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Overcoming Distraction in the Digital Age

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Overcoming Distraction in the Digital Age

  1. 1. Image via Pixabay Julia Warrender June 2, 2017 - FILM 260 Digital Media Trends Overcoming Distraction in the Digital Age
  2. 2. Image via Pixabay The ubiquity of digital devices has introduced a new phenomenon: Digital Distraction
  3. 3. Digital distraction is a serious problem. Estimates suggest we lose $650 million per year to distraction.[1] Image via Pixabay
  4. 4. Image via Pexels This era of “multicommunicating” is also contributing to a perception of incivility. [2] It’s easy to spot those focusing attention on their mobile devices in the wild.
  5. 5. In spite of all of these opportunities to “connect,” some feel more alone than ever. Researchers have discovered that the more people use the web, the lonelier and more depressed they feel.[3] Image via Pixabay
  6. 6. Images via Microsoft Clipart But with 9 out of 10 North Americans owning a mobile device [4], it seems unlikely the era of digital distraction will come to an end any time soon.
  7. 7. Image via Pexels We may have reached a critical mass as more and more people profess to prefer texting to talking. In fact, several major companies (JP Morgan Chase, Coca-Cola, Bank of America) are doing away with voicemail on company cell phones.[5]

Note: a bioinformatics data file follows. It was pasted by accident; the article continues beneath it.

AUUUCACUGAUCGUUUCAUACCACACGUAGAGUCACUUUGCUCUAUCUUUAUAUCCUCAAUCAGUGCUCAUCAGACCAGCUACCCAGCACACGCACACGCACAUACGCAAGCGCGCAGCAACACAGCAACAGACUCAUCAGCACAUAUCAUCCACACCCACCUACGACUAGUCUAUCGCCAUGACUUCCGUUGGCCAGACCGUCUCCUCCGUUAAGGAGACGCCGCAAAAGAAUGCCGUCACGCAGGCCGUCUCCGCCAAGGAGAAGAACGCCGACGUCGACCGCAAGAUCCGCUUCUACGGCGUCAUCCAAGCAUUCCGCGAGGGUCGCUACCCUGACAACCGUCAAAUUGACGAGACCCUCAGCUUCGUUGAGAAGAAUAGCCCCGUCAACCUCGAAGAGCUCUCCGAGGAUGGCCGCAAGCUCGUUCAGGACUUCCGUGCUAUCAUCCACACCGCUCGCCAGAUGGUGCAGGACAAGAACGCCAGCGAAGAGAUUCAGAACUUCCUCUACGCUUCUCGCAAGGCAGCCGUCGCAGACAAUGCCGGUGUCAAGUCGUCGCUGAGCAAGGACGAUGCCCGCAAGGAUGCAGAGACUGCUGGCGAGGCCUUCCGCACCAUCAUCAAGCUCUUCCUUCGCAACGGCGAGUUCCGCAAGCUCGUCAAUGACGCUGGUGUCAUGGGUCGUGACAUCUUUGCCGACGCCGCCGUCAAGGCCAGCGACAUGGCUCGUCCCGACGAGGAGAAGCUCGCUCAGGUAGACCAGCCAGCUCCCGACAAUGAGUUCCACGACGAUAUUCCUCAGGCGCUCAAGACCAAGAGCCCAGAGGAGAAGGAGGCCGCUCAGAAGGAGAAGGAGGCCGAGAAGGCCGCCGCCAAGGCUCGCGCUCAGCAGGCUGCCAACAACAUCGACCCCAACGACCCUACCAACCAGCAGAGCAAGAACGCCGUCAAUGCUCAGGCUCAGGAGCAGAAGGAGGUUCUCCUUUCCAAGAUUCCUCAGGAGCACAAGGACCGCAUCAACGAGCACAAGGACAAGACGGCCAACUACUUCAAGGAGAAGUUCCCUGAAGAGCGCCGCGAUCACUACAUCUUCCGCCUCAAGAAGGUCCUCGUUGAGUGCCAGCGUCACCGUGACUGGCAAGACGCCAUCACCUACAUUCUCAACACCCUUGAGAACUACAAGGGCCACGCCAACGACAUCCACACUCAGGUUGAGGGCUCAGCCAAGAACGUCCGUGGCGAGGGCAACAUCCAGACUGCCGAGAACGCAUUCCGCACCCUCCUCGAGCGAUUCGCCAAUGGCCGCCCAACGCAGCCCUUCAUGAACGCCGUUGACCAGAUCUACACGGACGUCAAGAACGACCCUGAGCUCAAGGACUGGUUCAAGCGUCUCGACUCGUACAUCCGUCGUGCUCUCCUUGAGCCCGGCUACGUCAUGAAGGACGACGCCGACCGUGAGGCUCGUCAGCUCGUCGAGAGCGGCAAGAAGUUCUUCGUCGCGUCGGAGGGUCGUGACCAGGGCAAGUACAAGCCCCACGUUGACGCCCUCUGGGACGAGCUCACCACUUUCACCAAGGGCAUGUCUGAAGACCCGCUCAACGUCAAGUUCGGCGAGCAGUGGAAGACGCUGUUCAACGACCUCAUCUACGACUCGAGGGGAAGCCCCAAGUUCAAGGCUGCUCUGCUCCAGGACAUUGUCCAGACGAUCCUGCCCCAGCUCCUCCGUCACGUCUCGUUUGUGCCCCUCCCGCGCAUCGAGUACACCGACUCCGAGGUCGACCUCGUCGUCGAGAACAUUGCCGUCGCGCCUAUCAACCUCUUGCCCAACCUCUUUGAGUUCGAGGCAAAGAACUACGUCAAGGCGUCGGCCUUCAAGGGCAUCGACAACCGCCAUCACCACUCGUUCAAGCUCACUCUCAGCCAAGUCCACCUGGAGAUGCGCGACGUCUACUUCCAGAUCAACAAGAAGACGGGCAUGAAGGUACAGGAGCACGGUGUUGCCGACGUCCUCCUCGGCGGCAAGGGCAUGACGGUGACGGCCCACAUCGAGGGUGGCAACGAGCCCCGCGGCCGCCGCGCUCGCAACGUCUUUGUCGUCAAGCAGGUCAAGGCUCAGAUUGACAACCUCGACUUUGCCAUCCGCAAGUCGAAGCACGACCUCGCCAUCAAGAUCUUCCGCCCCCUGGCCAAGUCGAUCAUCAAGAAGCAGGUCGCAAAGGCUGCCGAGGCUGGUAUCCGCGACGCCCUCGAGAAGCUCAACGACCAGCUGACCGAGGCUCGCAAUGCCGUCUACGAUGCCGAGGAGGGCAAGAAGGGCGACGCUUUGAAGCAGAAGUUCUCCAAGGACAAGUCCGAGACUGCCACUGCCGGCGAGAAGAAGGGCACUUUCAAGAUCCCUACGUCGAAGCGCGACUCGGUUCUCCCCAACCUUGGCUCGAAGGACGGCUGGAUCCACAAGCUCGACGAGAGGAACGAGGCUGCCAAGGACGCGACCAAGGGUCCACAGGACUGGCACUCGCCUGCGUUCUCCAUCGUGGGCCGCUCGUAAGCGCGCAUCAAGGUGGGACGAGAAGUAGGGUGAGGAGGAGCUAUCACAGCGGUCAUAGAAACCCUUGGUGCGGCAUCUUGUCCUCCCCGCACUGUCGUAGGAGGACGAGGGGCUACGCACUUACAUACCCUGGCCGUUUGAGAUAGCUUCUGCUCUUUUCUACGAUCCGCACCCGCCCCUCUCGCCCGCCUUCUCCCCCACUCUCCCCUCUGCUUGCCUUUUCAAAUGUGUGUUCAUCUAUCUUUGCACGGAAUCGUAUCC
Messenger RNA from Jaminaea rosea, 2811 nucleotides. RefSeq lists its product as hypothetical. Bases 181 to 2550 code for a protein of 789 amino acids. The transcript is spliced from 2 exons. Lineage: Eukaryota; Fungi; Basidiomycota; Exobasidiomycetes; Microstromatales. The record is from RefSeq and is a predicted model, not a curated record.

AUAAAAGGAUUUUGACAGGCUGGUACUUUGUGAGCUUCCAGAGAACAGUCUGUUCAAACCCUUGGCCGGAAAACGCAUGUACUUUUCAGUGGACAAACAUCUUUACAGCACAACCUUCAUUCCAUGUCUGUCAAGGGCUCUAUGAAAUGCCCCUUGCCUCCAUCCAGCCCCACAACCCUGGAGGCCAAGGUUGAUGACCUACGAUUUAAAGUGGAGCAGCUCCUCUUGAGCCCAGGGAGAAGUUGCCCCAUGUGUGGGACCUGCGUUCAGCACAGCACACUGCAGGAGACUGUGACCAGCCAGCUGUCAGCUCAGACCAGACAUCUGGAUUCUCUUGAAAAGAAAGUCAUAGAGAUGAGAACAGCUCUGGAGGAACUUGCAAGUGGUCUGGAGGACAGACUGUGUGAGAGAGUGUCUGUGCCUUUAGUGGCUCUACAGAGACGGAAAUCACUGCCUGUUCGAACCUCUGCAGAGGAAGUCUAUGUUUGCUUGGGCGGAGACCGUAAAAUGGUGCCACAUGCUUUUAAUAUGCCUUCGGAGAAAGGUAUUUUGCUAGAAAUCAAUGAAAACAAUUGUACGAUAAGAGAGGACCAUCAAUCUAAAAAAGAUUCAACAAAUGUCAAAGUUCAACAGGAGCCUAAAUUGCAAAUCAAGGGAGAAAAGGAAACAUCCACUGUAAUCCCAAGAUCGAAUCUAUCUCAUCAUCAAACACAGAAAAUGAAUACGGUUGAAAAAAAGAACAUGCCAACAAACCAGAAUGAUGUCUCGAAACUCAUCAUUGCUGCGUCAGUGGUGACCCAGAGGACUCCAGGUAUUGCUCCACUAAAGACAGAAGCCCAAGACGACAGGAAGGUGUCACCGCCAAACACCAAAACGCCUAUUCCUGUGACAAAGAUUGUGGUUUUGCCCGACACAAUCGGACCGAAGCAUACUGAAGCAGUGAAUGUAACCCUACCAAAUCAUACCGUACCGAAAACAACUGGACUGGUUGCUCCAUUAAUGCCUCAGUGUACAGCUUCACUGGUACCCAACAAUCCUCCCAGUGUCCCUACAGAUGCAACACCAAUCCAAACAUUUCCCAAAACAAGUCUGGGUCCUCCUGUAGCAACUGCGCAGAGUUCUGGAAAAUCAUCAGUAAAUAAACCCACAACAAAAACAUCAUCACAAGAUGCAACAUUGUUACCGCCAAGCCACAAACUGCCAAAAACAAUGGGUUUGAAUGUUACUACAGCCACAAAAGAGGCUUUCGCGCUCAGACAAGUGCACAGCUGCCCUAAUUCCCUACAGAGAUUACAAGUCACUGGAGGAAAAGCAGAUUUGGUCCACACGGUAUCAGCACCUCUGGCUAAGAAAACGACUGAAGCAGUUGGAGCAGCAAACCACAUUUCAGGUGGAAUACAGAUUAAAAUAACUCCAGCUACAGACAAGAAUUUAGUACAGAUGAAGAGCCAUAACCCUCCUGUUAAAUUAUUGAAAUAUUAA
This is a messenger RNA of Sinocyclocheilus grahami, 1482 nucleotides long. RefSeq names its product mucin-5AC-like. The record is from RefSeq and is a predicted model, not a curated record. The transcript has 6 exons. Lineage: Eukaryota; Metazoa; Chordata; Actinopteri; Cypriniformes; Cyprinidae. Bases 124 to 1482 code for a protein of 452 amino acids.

8. 8. Trying to avoid the digital wave is akin to swimming upstream. It is more practical to devise ways to overcome digital distraction instead. Image via Morguefile
  9. 9. As is often the case when attempting to affect a change in learned behaviour, a logical starting point is with the study of the psychology of change. Image via Wikimedia Commons
  10. 10. Regardless of age, people check their smartphones every 15 minutes or less and become anxious if they aren’t allowed to. [6] To combat this, psychologists recommend setting a timer for 15 minutes before allowing a 1-minute tech check-in. Then, gradually increase the length of the of the break to 1+ hours. [7] Image via Pixabay
  11. 11. Image via Pexels We can also consider swapping one distraction for another, less disruptive one, e.g., quiet music during study. “If the student tries to focus too completely, (s)he may, paradoxically, break off altogether with a bigger distraction.” [8]
  12. 12. Or we can embrace the analog life. It turns out we perform better on tests when we take notes by hand instead of using a laptop, even when the other distracting conditions are absent.[9] Image via Pexels
  13. 13. Image via Pixabay That’s good news for students whose laptops have been banned due to the distraction posed to fellow students by idle web-surfers in class. [10]
  14. 14. Outside the hallowed halls of academia, however, the rules governing digital distraction are trickier. Image via Pixabay
  15. 15. Image via Pexels Modified to B&W We have honed a culture of busy bees. We think modern capitalism will come crashing down if we don't check our e- mail before bed. [11]